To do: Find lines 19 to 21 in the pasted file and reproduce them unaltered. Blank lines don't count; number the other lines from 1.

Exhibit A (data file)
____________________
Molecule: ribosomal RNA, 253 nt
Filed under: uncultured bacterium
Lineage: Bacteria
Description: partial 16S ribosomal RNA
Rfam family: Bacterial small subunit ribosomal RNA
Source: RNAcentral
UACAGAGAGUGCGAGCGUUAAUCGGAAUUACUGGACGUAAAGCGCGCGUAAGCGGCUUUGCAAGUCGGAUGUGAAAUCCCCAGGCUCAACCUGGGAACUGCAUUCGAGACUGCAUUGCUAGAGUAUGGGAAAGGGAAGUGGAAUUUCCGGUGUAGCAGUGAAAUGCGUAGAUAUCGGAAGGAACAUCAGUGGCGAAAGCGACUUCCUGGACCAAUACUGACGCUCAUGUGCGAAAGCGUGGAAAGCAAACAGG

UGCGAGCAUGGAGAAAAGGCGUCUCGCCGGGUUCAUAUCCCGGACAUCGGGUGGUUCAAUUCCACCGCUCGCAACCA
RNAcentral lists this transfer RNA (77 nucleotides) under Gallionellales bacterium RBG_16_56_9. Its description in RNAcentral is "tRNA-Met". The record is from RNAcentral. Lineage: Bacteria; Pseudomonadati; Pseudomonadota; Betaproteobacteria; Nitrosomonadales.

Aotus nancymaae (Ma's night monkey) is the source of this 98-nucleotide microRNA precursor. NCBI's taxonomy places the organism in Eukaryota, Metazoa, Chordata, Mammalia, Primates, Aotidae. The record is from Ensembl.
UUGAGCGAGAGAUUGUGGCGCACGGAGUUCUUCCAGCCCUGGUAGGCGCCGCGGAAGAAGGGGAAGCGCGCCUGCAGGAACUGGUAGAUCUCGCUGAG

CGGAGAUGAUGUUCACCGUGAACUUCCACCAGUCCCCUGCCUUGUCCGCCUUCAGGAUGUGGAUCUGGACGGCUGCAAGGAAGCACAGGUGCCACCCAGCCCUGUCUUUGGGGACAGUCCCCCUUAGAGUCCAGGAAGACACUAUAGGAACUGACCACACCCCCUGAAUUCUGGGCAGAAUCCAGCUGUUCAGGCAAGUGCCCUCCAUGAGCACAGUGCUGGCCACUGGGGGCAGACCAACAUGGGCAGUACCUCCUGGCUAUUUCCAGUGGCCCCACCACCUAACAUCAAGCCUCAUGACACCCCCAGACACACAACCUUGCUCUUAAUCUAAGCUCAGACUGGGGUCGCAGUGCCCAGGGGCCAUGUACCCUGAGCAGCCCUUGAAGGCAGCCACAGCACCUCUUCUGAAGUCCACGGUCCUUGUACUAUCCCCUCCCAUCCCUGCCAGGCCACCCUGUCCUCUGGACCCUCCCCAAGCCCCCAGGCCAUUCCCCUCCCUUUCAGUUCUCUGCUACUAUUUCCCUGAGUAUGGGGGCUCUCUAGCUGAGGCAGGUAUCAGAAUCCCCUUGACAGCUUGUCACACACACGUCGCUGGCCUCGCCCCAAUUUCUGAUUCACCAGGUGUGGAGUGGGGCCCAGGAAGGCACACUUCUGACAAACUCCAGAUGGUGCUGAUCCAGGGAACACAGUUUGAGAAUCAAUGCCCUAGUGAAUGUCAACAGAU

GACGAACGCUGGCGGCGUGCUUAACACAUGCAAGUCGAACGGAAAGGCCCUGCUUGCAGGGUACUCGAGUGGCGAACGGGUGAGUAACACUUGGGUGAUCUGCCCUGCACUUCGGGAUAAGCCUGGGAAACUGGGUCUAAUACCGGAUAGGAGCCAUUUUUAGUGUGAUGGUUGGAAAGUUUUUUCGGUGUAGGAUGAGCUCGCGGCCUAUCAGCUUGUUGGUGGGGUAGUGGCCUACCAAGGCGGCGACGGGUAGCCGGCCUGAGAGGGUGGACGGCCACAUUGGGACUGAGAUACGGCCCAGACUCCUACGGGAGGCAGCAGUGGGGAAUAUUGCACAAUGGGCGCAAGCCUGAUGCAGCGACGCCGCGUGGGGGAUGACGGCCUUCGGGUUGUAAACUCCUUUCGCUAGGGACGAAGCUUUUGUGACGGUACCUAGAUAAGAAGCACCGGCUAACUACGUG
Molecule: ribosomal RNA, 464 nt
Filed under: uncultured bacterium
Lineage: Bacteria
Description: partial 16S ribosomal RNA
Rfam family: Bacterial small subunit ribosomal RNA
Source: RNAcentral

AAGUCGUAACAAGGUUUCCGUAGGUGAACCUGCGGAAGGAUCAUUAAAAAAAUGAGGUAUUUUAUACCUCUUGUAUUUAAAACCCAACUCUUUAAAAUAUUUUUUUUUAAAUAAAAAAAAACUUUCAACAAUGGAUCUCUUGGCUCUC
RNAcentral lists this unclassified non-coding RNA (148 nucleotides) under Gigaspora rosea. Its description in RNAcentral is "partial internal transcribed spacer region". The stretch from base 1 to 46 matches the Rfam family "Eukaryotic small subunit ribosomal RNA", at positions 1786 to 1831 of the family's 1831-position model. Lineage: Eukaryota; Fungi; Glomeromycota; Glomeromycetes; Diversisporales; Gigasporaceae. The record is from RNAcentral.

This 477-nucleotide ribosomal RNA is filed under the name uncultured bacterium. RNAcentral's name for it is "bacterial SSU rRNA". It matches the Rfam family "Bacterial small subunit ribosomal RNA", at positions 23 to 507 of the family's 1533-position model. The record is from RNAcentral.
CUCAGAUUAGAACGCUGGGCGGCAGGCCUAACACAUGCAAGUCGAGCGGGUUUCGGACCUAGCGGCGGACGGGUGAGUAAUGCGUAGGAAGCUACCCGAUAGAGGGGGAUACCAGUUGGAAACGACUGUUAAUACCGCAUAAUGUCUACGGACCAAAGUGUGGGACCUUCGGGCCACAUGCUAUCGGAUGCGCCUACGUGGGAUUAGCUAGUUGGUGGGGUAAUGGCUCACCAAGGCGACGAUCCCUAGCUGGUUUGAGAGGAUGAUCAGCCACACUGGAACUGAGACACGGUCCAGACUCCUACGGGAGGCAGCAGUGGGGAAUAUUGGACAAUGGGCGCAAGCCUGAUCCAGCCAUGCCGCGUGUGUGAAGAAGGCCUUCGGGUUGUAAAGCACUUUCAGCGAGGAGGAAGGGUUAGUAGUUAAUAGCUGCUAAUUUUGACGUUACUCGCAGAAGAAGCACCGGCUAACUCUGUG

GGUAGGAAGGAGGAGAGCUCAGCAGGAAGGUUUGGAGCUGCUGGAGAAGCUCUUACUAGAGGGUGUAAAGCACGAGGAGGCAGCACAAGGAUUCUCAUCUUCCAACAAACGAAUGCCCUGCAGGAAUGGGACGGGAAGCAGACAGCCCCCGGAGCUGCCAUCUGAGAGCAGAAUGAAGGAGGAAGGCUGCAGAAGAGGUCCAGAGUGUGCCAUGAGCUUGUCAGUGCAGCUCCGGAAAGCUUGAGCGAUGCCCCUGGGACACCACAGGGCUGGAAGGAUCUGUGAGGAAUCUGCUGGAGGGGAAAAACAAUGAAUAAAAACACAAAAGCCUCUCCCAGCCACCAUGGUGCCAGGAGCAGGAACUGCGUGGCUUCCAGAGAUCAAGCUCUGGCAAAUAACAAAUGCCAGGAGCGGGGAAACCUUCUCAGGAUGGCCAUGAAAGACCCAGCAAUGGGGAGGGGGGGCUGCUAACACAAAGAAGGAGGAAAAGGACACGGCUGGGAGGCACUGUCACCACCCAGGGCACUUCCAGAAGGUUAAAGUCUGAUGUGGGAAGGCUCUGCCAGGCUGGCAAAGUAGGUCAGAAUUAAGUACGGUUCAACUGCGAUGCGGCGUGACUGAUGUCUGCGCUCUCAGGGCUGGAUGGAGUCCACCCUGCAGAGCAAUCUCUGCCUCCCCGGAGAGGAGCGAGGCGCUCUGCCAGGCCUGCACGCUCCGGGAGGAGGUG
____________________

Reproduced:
Source: RNAcentral

AAGUCGUAACAAGGUUUCCGUAGGUGAACCUGCGGAAGGAUCAUUAAAAAAAUGAGGUAUUUUAUACCUCUUGUAUUUAAAACCCAACUCUUUAAAAUAUUUUUUUUUAAAUAAAAAAAAACUUUCAACAAUGGAUCUCUUGGCUCUC
RNAcentral lists this unclassified non-coding RNA (148 nucleotides) under Gigaspora rosea. Its description in RNAcentral is "partial internal transcribed spacer region". The stretch from base 1 to 46 matches the Rfam family "Eukaryotic small subunit ribosomal RNA", at positions 1786 to 1831 of the family's 1831-position model. Lineage: Eukaryota; Fungi; Glomeromycota; Glomeromycetes; Diversisporales; Gigasporaceae. The record is from RNAcentral.